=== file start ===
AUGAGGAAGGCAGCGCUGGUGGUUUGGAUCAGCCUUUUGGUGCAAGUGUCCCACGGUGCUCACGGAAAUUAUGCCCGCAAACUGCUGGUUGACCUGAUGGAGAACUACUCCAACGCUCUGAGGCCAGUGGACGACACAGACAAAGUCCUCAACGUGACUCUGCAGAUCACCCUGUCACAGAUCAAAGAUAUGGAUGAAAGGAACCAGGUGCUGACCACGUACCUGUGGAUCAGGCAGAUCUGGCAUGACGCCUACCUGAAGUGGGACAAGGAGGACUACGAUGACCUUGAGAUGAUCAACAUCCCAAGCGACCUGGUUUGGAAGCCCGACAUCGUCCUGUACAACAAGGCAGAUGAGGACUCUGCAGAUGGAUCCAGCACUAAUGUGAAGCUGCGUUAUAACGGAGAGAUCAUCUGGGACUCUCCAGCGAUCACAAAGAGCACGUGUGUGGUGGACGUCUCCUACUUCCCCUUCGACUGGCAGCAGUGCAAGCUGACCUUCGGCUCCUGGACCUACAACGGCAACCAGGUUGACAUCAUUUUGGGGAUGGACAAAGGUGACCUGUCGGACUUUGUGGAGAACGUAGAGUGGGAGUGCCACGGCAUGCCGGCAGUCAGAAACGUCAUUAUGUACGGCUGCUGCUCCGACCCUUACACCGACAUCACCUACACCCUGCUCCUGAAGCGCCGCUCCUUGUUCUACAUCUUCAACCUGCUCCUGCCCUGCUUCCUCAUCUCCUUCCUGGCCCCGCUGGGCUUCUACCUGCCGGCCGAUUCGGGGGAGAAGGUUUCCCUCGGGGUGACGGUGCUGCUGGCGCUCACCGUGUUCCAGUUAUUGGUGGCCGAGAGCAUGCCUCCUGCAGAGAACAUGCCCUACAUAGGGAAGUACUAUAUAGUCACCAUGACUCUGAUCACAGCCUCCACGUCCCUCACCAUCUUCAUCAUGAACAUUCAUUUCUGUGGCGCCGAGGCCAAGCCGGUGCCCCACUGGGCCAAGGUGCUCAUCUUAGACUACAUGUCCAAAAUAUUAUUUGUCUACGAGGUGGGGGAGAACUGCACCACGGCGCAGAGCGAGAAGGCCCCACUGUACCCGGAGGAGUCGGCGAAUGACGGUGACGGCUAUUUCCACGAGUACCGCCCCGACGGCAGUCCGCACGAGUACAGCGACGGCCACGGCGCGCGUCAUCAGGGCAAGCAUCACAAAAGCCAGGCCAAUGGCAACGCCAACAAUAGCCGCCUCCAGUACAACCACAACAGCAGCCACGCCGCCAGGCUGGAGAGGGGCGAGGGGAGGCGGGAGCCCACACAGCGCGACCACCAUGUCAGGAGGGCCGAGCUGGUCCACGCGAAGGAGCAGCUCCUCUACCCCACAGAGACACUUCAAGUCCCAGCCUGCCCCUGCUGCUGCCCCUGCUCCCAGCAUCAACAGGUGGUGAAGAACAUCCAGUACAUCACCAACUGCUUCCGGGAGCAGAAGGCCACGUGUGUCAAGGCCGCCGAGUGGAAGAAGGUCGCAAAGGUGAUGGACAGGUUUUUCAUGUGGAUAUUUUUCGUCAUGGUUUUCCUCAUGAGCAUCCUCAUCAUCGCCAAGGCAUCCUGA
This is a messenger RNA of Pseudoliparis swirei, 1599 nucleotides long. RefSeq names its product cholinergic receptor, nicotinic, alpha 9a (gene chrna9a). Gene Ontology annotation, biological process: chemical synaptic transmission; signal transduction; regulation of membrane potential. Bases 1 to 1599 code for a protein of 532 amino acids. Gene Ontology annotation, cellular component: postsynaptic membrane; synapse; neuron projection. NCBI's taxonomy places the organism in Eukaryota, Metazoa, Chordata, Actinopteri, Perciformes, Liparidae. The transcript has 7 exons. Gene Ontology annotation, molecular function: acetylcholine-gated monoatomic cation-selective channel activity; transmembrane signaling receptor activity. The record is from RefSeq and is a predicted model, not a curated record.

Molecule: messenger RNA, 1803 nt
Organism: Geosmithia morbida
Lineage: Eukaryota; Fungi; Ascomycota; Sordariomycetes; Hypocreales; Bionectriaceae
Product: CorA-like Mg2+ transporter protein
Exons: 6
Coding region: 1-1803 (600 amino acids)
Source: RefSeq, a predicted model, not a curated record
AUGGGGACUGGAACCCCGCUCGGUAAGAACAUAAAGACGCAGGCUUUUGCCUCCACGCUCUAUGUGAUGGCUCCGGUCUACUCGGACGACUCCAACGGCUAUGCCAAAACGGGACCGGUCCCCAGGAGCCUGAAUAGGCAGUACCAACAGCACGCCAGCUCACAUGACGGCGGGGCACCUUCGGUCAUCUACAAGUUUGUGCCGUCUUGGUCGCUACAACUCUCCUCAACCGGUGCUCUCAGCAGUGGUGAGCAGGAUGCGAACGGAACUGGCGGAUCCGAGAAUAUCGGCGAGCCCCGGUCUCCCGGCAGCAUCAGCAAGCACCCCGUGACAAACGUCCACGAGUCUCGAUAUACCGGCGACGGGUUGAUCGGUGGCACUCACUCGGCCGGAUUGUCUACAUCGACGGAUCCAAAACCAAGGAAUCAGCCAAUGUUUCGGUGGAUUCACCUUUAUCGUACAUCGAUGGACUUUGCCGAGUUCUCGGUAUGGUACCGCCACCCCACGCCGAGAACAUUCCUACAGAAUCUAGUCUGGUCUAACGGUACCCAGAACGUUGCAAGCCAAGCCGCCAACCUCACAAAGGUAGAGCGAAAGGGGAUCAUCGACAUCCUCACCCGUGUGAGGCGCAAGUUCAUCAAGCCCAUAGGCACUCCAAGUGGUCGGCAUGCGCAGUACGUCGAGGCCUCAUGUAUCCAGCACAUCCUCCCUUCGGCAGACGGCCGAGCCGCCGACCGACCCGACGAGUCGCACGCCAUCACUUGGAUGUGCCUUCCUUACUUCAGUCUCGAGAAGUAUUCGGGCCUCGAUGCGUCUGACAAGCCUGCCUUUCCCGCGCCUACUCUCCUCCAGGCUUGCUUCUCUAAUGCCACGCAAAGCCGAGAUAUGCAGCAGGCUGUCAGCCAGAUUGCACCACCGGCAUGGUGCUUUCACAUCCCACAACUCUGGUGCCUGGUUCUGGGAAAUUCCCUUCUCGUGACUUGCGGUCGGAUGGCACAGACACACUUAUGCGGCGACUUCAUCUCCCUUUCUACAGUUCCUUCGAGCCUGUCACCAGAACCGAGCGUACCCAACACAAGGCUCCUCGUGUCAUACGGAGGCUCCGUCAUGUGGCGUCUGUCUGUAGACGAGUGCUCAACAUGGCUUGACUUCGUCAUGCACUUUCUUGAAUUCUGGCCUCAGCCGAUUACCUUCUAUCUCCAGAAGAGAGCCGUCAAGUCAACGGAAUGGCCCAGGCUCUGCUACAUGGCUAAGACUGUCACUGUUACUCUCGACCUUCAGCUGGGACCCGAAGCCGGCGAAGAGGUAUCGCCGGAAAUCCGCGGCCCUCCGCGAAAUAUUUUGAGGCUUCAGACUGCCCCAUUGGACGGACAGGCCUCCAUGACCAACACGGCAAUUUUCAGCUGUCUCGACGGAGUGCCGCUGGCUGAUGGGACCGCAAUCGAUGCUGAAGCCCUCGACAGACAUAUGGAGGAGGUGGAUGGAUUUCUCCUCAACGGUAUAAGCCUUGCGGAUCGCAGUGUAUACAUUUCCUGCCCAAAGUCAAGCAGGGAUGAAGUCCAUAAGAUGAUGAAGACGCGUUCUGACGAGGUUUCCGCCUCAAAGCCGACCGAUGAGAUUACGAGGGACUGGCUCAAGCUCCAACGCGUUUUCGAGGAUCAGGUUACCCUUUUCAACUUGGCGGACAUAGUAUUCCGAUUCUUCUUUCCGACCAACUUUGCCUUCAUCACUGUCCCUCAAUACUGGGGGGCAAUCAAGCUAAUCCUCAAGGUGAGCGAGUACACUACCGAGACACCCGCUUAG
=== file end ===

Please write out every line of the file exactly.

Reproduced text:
AUGAGGAAGGCAGCGCUGGUGGUUUGGAUCAGCCUUUUGGUGCAAGUGUCCCACGGUGCUCACGGAAAUUAUGCCCGCAAACUGCUGGUUGACCUGAUGGAGAACUACUCCAACGCUCUGAGGCCAGUGGACGACACAGACAAAGUCCUCAACGUGACUCUGCAGAUCACCCUGUCACAGAUCAAAGAUAUGGAUGAAAGGAACCAGGUGCUGACCACGUACCUGUGGAUCAGGCAGAUCUGGCAUGACGCCUACCUGAAGUGGGACAAGGAGGACUACGAUGACCUUGAGAUGAUCAACAUCCCAAGCGACCUGGUUUGGAAGCCCGACAUCGUCCUGUACAACAAGGCAGAUGAGGACUCUGCAGAUGGAUCCAGCACUAAUGUGAAGCUGCGUUAUAACGGAGAGAUCAUCUGGGACUCUCCAGCGAUCACAAAGAGCACGUGUGUGGUGGACGUCUCCUACUUCCCCUUCGACUGGCAGCAGUGCAAGCUGACCUUCGGCUCCUGGACCUACAACGGCAACCAGGUUGACAUCAUUUUGGGGAUGGACAAAGGUGACCUGUCGGACUUUGUGGAGAACGUAGAGUGGGAGUGCCACGGCAUGCCGGCAGUCAGAAACGUCAUUAUGUACGGCUGCUGCUCCGACCCUUACACCGACAUCACCUACACCCUGCUCCUGAAGCGCCGCUCCUUGUUCUACAUCUUCAACCUGCUCCUGCCCUGCUUCCUCAUCUCCUUCCUGGCCCCGCUGGGCUUCUACCUGCCGGCCGAUUCGGGGGAGAAGGUUUCCCUCGGGGUGACGGUGCUGCUGGCGCUCACCGUGUUCCAGUUAUUGGUGGCCGAGAGCAUGCCUCCUGCAGAGAACAUGCCCUACAUAGGGAAGUACUAUAUAGUCACCAUGACUCUGAUCACAGCCUCCACGUCCCUCACCAUCUUCAUCAUGAACAUUCAUUUCUGUGGCGCCGAGGCCAAGCCGGUGCCCCACUGGGCCAAGGUGCUCAUCUUAGACUACAUGUCCAAAAUAUUAUUUGUCUACGAGGUGGGGGAGAACUGCACCACGGCGCAGAGCGAGAAGGCCCCACUGUACCCGGAGGAGUCGGCGAAUGACGGUGACGGCUAUUUCCACGAGUACCGCCCCGACGGCAGUCCGCACGAGUACAGCGACGGCCACGGCGCGCGUCAUCAGGGCAAGCAUCACAAAAGCCAGGCCAAUGGCAACGCCAACAAUAGCCGCCUCCAGUACAACCACAACAGCAGCCACGCCGCCAGGCUGGAGAGGGGCGAGGGGAGGCGGGAGCCCACACAGCGCGACCACCAUGUCAGGAGGGCCGAGCUGGUCCACGCGAAGGAGCAGCUCCUCUACCCCACAGAGACACUUCAAGUCCCAGCCUGCCCCUGCUGCUGCCCCUGCUCCCAGCAUCAACAGGUGGUGAAGAACAUCCAGUACAUCACCAACUGCUUCCGGGAGCAGAAGGCCACGUGUGUCAAGGCCGCCGAGUGGAAGAAGGUCGCAAAGGUGAUGGACAGGUUUUUCAUGUGGAUAUUUUUCGUCAUGGUUUUCCUCAUGAGCAUCCUCAUCAUCGCCAAGGCAUCCUGA
This is a messenger RNA of Pseudoliparis swirei, 1599 nucleotides long. RefSeq names its product cholinergic receptor, nicotinic, alpha 9a (gene chrna9a). Gene Ontology annotation, biological process: chemical synaptic transmission; signal transduction; regulation of membrane potential. Bases 1 to 1599 code for a protein of 532 amino acids. Gene Ontology annotation, cellular component: postsynaptic membrane; synapse; neuron projection. NCBI's taxonomy places the organism in Eukaryota, Metazoa, Chordata, Actinopteri, Perciformes, Liparidae. The transcript has 7 exons. Gene Ontology annotation, molecular function: acetylcholine-gated monoatomic cation-selective channel activity; transmembrane signaling receptor activity. The record is from RefSeq and is a predicted model, not a curated record.

Molecule: messenger RNA, 1803 nt
Organism: Geosmithia morbida
Lineage: Eukaryota; Fungi; Ascomycota; Sordariomycetes; Hypocreales; Bionectriaceae
Product: CorA-like Mg2+ transporter protein
Exons: 6
Coding region: 1-1803 (600 amino acids)
Source: RefSeq, a predicted model, not a curated record
AUGGGGACUGGAACCCCGCUCGGUAAGAACAUAAAGACGCAGGCUUUUGCCUCCACGCUCUAUGUGAUGGCUCCGGUCUACUCGGACGACUCCAACGGCUAUGCCAAAACGGGACCGGUCCCCAGGAGCCUGAAUAGGCAGUACCAACAGCACGCCAGCUCACAUGACGGCGGGGCACCUUCGGUCAUCUACAAGUUUGUGCCGUCUUGGUCGCUACAACUCUCCUCAACCGGUGCUCUCAGCAGUGGUGAGCAGGAUGCGAACGGAACUGGCGGAUCCGAGAAUAUCGGCGAGCCCCGGUCUCCCGGCAGCAUCAGCAAGCACCCCGUGACAAACGUCCACGAGUCUCGAUAUACCGGCGACGGGUUGAUCGGUGGCACUCACUCGGCCGGAUUGUCUACAUCGACGGAUCCAAAACCAAGGAAUCAGCCAAUGUUUCGGUGGAUUCACCUUUAUCGUACAUCGAUGGACUUUGCCGAGUUCUCGGUAUGGUACCGCCACCCCACGCCGAGAACAUUCCUACAGAAUCUAGUCUGGUCUAACGGUACCCAGAACGUUGCAAGCCAAGCCGCCAACCUCACAAAGGUAGAGCGAAAGGGGAUCAUCGACAUCCUCACCCGUGUGAGGCGCAAGUUCAUCAAGCCCAUAGGCACUCCAAGUGGUCGGCAUGCGCAGUACGUCGAGGCCUCAUGUAUCCAGCACAUCCUCCCUUCGGCAGACGGCCGAGCCGCCGACCGACCCGACGAGUCGCACGCCAUCACUUGGAUGUGCCUUCCUUACUUCAGUCUCGAGAAGUAUUCGGGCCUCGAUGCGUCUGACAAGCCUGCCUUUCCCGCGCCUACUCUCCUCCAGGCUUGCUUCUCUAAUGCCACGCAAAGCCGAGAUAUGCAGCAGGCUGUCAGCCAGAUUGCACCACCGGCAUGGUGCUUUCACAUCCCACAACUCUGGUGCCUGGUUCUGGGAAAUUCCCUUCUCGUGACUUGCGGUCGGAUGGCACAGACACACUUAUGCGGCGACUUCAUCUCCCUUUCUACAGUUCCUUCGAGCCUGUCACCAGAACCGAGCGUACCCAACACAAGGCUCCUCGUGUCAUACGGAGGCUCCGUCAUGUGGCGUCUGUCUGUAGACGAGUGCUCAACAUGGCUUGACUUCGUCAUGCACUUUCUUGAAUUCUGGCCUCAGCCGAUUACCUUCUAUCUCCAGAAGAGAGCCGUCAAGUCAACGGAAUGGCCCAGGCUCUGCUACAUGGCUAAGACUGUCACUGUUACUCUCGACCUUCAGCUGGGACCCGAAGCCGGCGAAGAGGUAUCGCCGGAAAUCCGCGGCCCUCCGCGAAAUAUUUUGAGGCUUCAGACUGCCCCAUUGGACGGACAGGCCUCCAUGACCAACACGGCAAUUUUCAGCUGUCUCGACGGAGUGCCGCUGGCUGAUGGGACCGCAAUCGAUGCUGAAGCCCUCGACAGACAUAUGGAGGAGGUGGAUGGAUUUCUCCUCAACGGUAUAAGCCUUGCGGAUCGCAGUGUAUACAUUUCCUGCCCAAAGUCAAGCAGGGAUGAAGUCCAUAAGAUGAUGAAGACGCGUUCUGACGAGGUUUCCGCCUCAAAGCCGACCGAUGAGAUUACGAGGGACUGGCUCAAGCUCCAACGCGUUUUCGAGGAUCAGGUUACCCUUUUCAACUUGGCGGACAUAGUAUUCCGAUUCUUCUUUCCGACCAACUUUGCCUUCAUCACUGUCCCUCAAUACUGGGGGGCAAUCAAGCUAAUCCUCAAGGUGAGCGAGUACACUACCGAGACACCCGCUUAG